— Benjamin Franklin, A Picture of the Struggles of Our Infant Nation One Hundred Years Ago - American Pioneers and Patriots Series • John S. C. Abbott

... Sandwich or Dover. During this week Edgar for the most part went about alone, Albert, at first to his surprise, and then to his amusement, always making some pretext or other for not accompanying him, but passing, as he found on his return, the greater portion of the time in the house, in discourse, as he said, with Dame Gaiton, but as Edgar shrewdly guessed, chiefly with Ursula, who, he found, obligingly kept his friend company while the dame was engaged in her household duties. It seemed to him, too, ...
— A March on London • G. A. Henty

... hath so irresistibly tempted him. I wish the professor who hath already obliged us with a chapter on kissing, would lay us under greater and more manifold obligations, by a course of lectures on the same subject; and if I laid wagers, I would wager my judgment to a cockle-shell, that Socrates' discourse on marriage did not produce a more beneficial effect than would his lecture; and that few untasted lips would be found, either among his auditors, or those whose fortune it should be to fall in the way of those auditors; but as it is at present, (for, alas! these are not the days of Polydore Virgil ...
— The Mirror of Literature, Amusement, and Instruction - Vol. 13 Issue 364 - 4 Apr 1829 • Various

... cried, "Evil were my lot if that were true. How had my brothers given me to a vassal to wife? Prithee, of thy courtesy, cease from such discourse." ...
— The Fall of the Niebelungs • Unknown

... was a cat asleep, and just above it a canary in a cage twittering away as if in friendly discourse with the animal below. But for the most part the windows of the great barracks were unoccupied, and the place looked deserted and desolate in ...
— The Queen's Scarlet - The Adventures and Misadventures of Sir Richard Frayne • George Manville Fenn

... having reference to women and girls will illustrate the ancient Arab ideas with regard to their character and position, better than volumes of historic discourse: ...
— The Women of the Arabs • Henry Harris Jessup

... his own county, and the next to it, of the English essayists of the two last centuries. He possessed complete sets of the 'Idler', the 'Spectator,' the 'Tatler,' the 'Guardian,' and the 'Rambler;' and would discourse by hours together on the superiority of such publications to anything which has since been produced in our Edinburghs and Quarterlies. He was a great proficient in all questions of genealogy, and knew enough of almost every gentleman's ...
— Barchester Towers • Anthony Trollope

... The two men pushed their way through the throng towards the northern transept of the great church, and there found their path blocked again by a crowd that stood around St. Paul's cross and pulpit, all ears for the words of a popular city preacher. The cleric's discourse was more of a political oration than a sermon. He thundered against "Rome" and the "Scarlet Woman," and denounced the King of Spain as the veritable "child of the devil," and he called upon all men to be up and doing something for the destruction of ...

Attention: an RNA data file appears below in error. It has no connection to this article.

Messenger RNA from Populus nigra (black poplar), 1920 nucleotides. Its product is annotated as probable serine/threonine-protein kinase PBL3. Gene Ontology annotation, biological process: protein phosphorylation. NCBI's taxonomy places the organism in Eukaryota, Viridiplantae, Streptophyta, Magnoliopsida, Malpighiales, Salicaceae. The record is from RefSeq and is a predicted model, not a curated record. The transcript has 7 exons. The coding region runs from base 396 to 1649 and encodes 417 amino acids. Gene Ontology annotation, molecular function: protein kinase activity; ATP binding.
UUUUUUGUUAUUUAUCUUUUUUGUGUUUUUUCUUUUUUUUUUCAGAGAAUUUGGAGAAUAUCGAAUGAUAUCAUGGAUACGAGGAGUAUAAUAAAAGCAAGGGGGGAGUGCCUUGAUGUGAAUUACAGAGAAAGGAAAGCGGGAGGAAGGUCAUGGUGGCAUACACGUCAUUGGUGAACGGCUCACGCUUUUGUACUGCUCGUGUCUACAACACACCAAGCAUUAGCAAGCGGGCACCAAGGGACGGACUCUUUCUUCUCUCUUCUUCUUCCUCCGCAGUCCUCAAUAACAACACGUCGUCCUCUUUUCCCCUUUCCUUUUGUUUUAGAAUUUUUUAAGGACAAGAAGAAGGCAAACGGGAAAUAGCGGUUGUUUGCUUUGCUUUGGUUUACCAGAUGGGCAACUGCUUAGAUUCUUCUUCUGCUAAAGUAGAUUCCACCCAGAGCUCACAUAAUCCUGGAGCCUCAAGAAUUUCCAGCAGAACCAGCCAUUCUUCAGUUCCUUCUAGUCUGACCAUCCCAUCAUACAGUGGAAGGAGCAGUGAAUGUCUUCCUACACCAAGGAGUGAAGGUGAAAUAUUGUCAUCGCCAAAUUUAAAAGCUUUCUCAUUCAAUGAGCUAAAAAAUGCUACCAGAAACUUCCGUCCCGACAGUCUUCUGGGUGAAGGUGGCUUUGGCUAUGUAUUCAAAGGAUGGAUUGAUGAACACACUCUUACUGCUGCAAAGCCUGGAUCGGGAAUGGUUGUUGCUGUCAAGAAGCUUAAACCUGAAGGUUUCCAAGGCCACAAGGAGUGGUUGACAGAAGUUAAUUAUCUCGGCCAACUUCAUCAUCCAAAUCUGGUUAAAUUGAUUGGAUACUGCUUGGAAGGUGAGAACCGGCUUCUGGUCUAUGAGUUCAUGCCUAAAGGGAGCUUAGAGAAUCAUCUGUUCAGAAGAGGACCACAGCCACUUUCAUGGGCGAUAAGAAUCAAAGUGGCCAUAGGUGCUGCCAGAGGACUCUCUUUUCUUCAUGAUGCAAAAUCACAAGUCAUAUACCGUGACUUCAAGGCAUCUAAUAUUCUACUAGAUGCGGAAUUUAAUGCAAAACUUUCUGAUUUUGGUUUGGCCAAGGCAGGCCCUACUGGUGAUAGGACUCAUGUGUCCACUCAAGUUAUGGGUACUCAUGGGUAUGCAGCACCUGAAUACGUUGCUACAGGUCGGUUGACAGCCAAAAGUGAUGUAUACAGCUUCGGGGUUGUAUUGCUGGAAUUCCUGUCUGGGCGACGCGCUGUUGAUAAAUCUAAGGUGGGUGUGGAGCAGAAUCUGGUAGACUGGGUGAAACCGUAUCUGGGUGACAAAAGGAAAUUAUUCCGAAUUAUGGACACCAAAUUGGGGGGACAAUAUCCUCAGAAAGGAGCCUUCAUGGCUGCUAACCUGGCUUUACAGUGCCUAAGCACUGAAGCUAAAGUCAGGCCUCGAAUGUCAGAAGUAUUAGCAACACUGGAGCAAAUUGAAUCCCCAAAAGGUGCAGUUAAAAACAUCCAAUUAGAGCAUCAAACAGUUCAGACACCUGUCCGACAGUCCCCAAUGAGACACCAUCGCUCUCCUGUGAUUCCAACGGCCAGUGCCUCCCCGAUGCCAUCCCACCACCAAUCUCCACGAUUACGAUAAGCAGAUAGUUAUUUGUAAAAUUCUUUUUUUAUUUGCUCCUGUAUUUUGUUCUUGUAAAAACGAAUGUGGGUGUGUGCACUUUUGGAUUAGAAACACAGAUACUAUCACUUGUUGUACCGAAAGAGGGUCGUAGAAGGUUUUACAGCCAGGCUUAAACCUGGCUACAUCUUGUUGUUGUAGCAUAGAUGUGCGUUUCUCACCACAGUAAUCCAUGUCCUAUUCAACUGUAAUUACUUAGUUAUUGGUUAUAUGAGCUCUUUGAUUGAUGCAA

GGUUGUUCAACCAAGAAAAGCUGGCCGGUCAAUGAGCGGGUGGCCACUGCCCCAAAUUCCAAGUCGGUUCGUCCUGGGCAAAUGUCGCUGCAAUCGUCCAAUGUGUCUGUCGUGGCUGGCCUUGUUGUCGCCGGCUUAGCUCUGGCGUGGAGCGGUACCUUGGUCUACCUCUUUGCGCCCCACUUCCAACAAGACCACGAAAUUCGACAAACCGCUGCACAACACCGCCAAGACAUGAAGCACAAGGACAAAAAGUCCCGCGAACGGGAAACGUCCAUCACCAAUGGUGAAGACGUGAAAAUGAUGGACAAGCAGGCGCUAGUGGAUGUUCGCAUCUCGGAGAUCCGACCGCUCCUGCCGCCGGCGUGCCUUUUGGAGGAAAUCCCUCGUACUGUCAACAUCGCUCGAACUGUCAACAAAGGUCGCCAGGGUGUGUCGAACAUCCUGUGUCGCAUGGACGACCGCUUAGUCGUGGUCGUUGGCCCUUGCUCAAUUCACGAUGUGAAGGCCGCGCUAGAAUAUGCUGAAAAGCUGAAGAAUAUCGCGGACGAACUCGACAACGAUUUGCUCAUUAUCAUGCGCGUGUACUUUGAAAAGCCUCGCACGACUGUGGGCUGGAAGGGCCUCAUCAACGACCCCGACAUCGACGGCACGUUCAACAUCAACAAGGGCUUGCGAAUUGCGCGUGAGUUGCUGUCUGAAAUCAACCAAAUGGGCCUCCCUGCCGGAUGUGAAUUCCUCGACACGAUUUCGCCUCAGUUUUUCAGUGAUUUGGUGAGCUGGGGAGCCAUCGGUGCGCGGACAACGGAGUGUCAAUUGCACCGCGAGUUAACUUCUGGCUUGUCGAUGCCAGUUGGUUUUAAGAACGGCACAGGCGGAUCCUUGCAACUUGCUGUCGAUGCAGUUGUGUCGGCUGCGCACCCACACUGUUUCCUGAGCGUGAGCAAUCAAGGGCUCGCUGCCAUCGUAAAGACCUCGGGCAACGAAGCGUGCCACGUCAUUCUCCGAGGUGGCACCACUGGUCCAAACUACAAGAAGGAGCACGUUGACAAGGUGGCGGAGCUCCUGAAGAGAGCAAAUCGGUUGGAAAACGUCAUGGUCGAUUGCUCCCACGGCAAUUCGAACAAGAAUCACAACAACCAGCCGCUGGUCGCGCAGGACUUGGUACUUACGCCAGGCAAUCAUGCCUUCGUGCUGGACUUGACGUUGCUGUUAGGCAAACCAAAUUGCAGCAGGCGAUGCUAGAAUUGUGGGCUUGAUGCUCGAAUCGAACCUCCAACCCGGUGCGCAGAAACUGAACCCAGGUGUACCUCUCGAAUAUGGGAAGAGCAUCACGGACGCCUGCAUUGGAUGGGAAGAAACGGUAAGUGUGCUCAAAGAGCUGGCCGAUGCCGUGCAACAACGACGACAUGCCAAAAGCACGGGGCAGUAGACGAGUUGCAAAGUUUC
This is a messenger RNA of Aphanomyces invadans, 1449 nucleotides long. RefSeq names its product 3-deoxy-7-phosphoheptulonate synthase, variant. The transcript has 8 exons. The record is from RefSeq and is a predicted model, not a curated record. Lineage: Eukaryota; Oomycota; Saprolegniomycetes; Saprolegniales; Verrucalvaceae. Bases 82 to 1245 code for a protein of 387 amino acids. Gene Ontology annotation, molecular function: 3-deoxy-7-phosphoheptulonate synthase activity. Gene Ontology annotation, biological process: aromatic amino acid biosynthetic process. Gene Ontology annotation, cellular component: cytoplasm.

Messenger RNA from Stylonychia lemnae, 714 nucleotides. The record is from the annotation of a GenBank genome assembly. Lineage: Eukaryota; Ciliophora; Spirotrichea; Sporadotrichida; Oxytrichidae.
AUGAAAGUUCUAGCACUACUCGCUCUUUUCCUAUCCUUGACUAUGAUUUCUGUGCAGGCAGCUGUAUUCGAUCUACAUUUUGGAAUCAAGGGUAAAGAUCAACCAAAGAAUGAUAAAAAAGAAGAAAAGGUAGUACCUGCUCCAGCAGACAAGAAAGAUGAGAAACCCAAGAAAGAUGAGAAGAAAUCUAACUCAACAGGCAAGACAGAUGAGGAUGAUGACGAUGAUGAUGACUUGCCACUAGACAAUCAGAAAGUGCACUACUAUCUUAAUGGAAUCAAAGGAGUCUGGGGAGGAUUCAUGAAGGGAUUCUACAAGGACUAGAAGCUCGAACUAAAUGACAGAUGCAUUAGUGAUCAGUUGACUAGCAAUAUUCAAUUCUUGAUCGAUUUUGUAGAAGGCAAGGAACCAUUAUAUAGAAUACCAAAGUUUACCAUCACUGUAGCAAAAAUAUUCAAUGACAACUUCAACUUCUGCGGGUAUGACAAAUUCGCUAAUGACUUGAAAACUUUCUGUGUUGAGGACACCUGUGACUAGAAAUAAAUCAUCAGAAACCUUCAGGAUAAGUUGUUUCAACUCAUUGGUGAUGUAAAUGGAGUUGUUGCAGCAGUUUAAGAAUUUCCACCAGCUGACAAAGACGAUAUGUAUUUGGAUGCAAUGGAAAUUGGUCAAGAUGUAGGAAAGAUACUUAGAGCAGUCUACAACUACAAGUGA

— Sea-Dogs All! - A Tale of Forest and Sea • Tom Bevan

... Jesuit teachers. Like Bacon, he very early conceived the idea that the methods of teaching and studying science were wrong, but be pondered the matter well into middle life before putting into writing his ideas of philosophy and science. Then, in his Discourse Touching the Method of Using One's Reason Rightly and of Seeking Scientific Truth, he pointed out the way of seeking after truth. His central idea in this was to emphasize the importance of DOUBT, and avoidance of accepting as truth anything that does not admit ...
— A History of Science, Volume 2(of 5) • Henry Smith Williams

... preached by Doctor Sheldon, Archbishop of Canterbury,—a prelate greatly distinguished during the whole course of the visitation, by his unremitting charity and attention to the sick; and before the discourse was concluded, several fell down within the sacred walls, and, on being conveyed to their own homes, were found to be infected. On the following day, too, many others who had been present were seized with ...
— Old Saint Paul's - A Tale of the Plague and the Fire • William Harrison Ainsworth

... "London Spy," gives a graphic account of his visit with a friend to Bedlam:—"Thus," he says, "we prattled away our time, till we came in sight of a noble pile of buildings, which diverted us from our former discourse, and gave my friend the occasion of asking me my thoughts of this magnificent edifice. I told him I conceived it to be my Lord Mayor's palace, for I could not imagine so stately a structure to be designed for any quality interior; ...
— Chapters in the History of the Insane in the British Isles • Daniel Hack Tuke

... with her. In respect of her religious duties, she is cheerful and punctual in the performance of them; and I find it hard to believe that they should prove only a 'savor of death unto death.' She listens to my discourse, on most occasions, with a commendable patience, and seems kindly disposed toward my efforts. Still I could wish much to see in her a little more burdensome sense of sin and of the enormity of her transgressions. We hope that she may yet be brought to a realizing ...